An Organization named Quantum, Mr. White & Mr. Greene

In the opening sequence of Quantum of Solace, Bond(Daniel Craig) has just shot Mr. White (Jesper Christensen ), taken the briefcase of money, and thrown him in the trunk for safekeeping.  This movie starts where the other left off, and he is chased by Quantum members until he safely gets White to MI6 headquarters where he is interrogated by Bond and M.  He escapes with the help of a double agent named Mitchell.  Bond tracks down Mitchell and kills him.


Bond then tracks down his contact,who was sent t kill Camille Montes ( Olga Kurylenko), Dominic Greene’s (Mathieu Amalric).  Greene is helping the Bolivian General Medrano, who murdered Camille’s family, to overthrow the Bolivian government in exchange for a piece of barren desert that in reality contains a massive drinking water supply.


This one was directed by Marc Forster, and produced by Michael G. Wilson and Barbara Broccoli.  Jeffery Wright returns as the CIA contact Felix, and Judy Dench is once again M.  This film was called the most violent Bond of them all by critics, with 250 acts of violence.  I liked this one, especially the plot, and the grand finale was as good as any other Bond film.  Greene assaults Bond with an axe, which reminded me of View To A Kill, and the agent soaked in oil was reminiscent of Goldfinger.  Daniel Craig’s more complex Bond emerges, and he finally admits at the end that he has been careless and not disciplined in his job.  M says that she’s glad to have him back, and he responds by saying he never left.


The only device he uses in this film is a modified Sony Ericsson C902 cell phone.  It has a built-in identification imager, and can also receive information about the suspect from a MI6 database.  This device is also used in the Goldeneye Wi game, which also sports Daniel Craig as Bond.  Systems like this do exist in the real world, available on police lap tops all across the country, but none on phones that I am aware of, but that doesn’t mean they don’t exist.  Tomorrow, we will look at the most recent Bond story, which really goes back to Bond’s roots called Skyfall.  Until then, here are today’s links:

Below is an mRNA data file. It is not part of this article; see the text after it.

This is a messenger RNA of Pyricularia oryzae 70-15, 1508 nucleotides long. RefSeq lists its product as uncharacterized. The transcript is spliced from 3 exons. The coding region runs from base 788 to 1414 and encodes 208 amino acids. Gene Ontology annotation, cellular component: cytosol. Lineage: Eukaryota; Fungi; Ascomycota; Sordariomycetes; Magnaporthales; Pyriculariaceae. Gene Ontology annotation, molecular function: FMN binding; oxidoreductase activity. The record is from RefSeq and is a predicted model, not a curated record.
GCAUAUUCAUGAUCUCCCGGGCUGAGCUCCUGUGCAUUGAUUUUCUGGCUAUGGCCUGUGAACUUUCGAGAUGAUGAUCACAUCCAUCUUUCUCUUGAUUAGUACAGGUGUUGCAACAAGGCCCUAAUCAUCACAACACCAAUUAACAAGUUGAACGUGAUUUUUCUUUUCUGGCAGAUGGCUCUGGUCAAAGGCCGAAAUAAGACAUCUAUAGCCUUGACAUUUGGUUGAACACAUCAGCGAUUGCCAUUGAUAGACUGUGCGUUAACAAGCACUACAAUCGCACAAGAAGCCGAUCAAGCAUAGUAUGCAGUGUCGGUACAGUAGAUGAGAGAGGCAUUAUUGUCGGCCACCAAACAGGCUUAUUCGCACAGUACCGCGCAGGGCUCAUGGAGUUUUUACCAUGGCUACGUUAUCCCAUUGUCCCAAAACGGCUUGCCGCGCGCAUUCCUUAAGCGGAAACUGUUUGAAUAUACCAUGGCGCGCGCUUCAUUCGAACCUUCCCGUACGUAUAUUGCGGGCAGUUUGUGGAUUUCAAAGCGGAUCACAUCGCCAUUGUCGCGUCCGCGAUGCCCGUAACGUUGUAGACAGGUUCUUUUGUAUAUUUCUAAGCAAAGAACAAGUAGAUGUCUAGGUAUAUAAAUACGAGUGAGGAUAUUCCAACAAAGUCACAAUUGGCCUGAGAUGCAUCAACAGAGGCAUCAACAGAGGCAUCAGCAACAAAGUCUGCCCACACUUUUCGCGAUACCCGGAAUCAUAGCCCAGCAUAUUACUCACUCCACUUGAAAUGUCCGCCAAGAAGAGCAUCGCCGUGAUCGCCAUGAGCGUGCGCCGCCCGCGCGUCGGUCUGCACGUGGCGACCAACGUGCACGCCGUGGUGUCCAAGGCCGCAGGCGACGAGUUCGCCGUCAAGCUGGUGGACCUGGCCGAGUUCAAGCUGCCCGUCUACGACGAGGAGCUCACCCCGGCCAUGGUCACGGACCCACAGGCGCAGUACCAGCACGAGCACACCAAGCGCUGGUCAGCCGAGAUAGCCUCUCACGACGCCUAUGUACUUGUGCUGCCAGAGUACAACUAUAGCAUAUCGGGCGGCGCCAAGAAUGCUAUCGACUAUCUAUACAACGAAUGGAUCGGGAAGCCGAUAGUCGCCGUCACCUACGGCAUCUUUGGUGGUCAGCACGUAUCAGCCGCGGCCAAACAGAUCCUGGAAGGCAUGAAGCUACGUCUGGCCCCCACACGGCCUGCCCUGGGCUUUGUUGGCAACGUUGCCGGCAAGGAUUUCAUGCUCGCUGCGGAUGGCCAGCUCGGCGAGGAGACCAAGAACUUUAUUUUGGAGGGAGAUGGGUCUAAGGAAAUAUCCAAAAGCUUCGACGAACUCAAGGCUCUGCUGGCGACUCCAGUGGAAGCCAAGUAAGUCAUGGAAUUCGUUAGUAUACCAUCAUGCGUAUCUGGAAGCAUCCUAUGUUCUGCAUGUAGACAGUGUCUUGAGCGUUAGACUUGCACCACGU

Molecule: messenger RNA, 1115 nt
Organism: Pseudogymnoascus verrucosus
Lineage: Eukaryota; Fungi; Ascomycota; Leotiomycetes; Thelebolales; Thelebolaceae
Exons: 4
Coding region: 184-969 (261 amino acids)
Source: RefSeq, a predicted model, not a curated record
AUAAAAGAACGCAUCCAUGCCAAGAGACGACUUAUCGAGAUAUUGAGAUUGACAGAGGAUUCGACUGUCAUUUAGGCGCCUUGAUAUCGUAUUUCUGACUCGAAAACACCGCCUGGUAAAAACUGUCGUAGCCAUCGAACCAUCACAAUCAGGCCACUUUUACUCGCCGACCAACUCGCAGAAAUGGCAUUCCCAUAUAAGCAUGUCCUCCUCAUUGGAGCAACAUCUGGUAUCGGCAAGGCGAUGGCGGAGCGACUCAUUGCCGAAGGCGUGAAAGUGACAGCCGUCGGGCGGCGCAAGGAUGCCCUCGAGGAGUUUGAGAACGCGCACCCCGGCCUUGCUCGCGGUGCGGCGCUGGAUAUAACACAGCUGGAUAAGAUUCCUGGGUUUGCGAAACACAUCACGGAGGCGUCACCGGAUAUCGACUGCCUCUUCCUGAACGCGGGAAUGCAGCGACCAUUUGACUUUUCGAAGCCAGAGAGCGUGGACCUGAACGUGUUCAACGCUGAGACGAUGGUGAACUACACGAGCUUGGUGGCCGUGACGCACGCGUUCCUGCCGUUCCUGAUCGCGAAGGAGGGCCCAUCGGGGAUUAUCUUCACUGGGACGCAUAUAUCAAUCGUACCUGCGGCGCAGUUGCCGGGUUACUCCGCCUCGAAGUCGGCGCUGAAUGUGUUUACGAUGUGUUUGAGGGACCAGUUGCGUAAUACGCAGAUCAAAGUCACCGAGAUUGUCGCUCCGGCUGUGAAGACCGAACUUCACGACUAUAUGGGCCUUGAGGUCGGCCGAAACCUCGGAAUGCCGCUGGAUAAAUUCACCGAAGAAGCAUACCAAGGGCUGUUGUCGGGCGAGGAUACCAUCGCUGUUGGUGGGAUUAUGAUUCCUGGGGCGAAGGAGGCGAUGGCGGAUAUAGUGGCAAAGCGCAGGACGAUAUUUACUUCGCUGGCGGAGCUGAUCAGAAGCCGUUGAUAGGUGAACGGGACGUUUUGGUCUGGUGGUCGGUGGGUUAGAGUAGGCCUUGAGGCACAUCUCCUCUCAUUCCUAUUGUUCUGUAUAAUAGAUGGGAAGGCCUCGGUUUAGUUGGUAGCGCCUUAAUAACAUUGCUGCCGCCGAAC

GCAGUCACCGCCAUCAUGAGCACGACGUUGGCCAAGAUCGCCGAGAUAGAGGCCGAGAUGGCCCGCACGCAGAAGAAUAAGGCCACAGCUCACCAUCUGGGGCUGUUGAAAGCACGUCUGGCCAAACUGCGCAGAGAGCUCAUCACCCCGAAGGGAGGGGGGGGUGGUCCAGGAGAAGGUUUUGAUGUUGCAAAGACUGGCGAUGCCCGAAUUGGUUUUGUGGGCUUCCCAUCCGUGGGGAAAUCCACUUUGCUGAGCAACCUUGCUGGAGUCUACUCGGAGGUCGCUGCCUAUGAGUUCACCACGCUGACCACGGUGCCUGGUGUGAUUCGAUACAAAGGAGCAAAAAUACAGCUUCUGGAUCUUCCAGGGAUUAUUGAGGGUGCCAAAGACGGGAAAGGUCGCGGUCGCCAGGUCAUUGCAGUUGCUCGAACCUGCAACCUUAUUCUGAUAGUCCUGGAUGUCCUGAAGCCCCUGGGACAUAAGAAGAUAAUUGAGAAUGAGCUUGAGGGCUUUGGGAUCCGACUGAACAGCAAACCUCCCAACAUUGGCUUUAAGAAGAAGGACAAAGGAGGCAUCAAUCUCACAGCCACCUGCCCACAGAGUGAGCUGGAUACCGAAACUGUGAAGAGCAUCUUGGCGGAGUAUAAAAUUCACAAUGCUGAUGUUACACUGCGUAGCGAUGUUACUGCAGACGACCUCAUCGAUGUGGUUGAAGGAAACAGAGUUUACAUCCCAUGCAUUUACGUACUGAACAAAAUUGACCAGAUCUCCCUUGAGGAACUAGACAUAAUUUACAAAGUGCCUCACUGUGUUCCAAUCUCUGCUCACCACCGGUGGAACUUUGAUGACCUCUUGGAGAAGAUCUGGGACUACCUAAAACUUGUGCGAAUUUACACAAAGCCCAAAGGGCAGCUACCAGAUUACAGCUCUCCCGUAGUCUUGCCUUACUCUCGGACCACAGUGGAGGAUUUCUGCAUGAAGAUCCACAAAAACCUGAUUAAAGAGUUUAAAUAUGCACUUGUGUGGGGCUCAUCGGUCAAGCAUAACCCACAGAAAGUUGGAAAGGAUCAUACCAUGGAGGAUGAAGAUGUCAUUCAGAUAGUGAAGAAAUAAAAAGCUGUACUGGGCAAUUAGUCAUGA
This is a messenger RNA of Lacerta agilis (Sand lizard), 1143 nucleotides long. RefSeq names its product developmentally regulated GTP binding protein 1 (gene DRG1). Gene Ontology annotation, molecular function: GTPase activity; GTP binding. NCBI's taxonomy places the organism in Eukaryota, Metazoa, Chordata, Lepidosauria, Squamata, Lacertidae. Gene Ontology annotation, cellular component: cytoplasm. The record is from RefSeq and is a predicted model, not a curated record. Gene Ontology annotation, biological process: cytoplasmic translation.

In Skyfall, we see an older, more experienced 007, who learns that even though he likes to do things his own way, he is still under the direction of M and MI6.  He is shot by his own fellow operative, Eva Moneypenny, played by Naomi Harris, accidentally, and is presumed dead.  Bond enjoys his “death’ by disappearing and retiring, until he hears of an attack against MI6.  The villain, Raoul Silvia, played by Javier Bardem, of No Country for Old men fame, is out to humiliate, discredit, and kill M for revenge against MI6 for betraying him, and leaving him with a condition that malformed his face and jaw.


He steals cyber information containing the details of undercover agents placed in terrorist organizations, and manages to take control of MI6’s mainframe computer system, allowing him to escape MI6 custody.  When M is attacked during a hearing by Silvia, Bond is forced to take her to a safe haven, Skyfall, the estate where he grew up.  Silvia and Bond face up at the end in a showdown on the estate, and M is killed.  Bond returns and Gareth Mallory (Ralph Fiennes), takes over and Miss Moneypenny takes a desk job.  Q(Ben Wishaw) is introduced in this film, but his work is mostly with cyberspace, and not the actual production  of gadgets.  An Aston Martin identical to the one in Goldfinger is also featured.


I particularly liked the climax of this one, when M has to resort to her operative instincts.  Once you get used to seeing a certain actor or actress playing a part, it’s tough to see them leave.  I do believe, however, that the Bond producers made the right choice in casting Ralph Fiennes, most notable for Schindler’s List.  It was the first Bond film directed by Sam Mendes.  He is also scheduled to direct the next Bond film Spectre.


There were a lot of gadgets in this film, but the most notable is the Walther PPK/S 9mm signature gun, similar to the one in Licence To Kill, a radio transmitting homing device, and a police radio detonator used by Silvia.  Such a detonator was used recently in the Boston Marathon bombing, and has long been a device used worldwide by terrorists.


Will Bond ever be finally killed off?  Well, not as long as there is money to be made.  The series did fall into some rough times, and there was a gap in between, but as you can see, 007 is back with a vengeance.  When asked by Silvia what his hobby was, Bond simply answered, “resurrection.”  That’s the end of our Bond gadget series, and probably asking why I didn’t mention Never Say Never Again.  This one was simply a remake of Thunderball, and basically had the same plot.  There was, however, the nifty game Largo had of world domination…..

I’ll be taking the rest of the week off the blog to work on other projects.  I’m trying to finish a children’s book for Amazon, and having been working on the sequel to Dimension Lapse.  I will return on Monday with a new series.  Until then, here are the links: